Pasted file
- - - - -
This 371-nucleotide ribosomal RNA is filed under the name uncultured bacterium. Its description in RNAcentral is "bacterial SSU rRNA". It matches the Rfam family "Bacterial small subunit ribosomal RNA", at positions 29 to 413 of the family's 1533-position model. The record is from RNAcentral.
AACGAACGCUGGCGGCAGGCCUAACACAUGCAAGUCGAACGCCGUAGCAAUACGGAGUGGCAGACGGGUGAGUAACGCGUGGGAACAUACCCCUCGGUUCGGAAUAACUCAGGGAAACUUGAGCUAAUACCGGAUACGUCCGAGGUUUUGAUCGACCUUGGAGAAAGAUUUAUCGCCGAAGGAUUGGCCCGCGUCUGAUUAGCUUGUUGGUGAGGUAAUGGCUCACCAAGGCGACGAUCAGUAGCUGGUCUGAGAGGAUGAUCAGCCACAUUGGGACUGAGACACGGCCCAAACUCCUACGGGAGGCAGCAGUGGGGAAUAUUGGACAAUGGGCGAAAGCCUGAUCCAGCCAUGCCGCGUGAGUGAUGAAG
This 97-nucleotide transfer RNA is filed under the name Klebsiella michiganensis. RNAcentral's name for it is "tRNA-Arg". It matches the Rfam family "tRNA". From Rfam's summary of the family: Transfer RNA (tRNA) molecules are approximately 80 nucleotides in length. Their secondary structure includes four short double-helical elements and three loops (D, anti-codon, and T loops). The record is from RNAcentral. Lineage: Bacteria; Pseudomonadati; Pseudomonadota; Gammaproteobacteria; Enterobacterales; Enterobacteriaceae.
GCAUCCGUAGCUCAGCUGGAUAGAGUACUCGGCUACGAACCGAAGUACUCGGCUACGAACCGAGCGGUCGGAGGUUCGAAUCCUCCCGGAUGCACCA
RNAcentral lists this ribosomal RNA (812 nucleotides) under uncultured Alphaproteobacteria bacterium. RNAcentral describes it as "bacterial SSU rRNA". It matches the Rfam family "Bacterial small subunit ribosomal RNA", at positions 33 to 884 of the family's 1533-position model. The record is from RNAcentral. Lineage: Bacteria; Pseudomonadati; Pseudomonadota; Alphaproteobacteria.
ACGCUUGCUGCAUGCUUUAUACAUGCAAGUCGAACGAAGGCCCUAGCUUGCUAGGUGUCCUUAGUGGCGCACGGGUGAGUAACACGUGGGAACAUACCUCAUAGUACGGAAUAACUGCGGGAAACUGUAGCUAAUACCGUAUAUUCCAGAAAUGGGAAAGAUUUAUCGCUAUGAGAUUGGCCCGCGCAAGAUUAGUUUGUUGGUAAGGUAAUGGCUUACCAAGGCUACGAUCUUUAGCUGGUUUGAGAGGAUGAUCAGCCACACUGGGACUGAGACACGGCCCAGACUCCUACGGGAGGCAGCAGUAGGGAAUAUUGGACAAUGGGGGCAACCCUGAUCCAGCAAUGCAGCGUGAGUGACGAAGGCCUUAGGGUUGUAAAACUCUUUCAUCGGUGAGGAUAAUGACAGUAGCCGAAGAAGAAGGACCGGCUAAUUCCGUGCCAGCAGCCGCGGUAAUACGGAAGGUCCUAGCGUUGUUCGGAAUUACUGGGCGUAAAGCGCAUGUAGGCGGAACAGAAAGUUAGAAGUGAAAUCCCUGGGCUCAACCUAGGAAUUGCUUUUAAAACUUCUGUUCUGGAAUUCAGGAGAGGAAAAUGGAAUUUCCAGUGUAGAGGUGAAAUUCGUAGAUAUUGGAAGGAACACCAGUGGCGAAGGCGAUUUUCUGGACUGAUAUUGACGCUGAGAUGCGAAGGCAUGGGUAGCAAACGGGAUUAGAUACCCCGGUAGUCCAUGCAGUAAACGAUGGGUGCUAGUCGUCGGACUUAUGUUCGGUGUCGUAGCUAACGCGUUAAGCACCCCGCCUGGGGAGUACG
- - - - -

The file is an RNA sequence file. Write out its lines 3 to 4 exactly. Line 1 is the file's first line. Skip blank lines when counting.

This 97-nucleotide transfer RNA is filed under the name Klebsiella michiganensis. RNAcentral's name for it is "tRNA-Arg". It matches the Rfam family "tRNA". From Rfam's summary of the family: Transfer RNA (tRNA) molecules are approximately 80 nucleotides in length. Their secondary structure includes four short double-helical elements and three loops (D, anti-codon, and T loops). The record is from RNAcentral. Lineage: Bacteria; Pseudomonadati; Pseudomonadota; Gammaproteobacteria; Enterobacterales; Enterobacteriaceae.
GCAUCCGUAGCUCAGCUGGAUAGAGUACUCGGCUACGAACCGAAGUACUCGGCUACGAACCGAGCGGUCGGAGGUUCGAAUCCUCCCGGAUGCACCA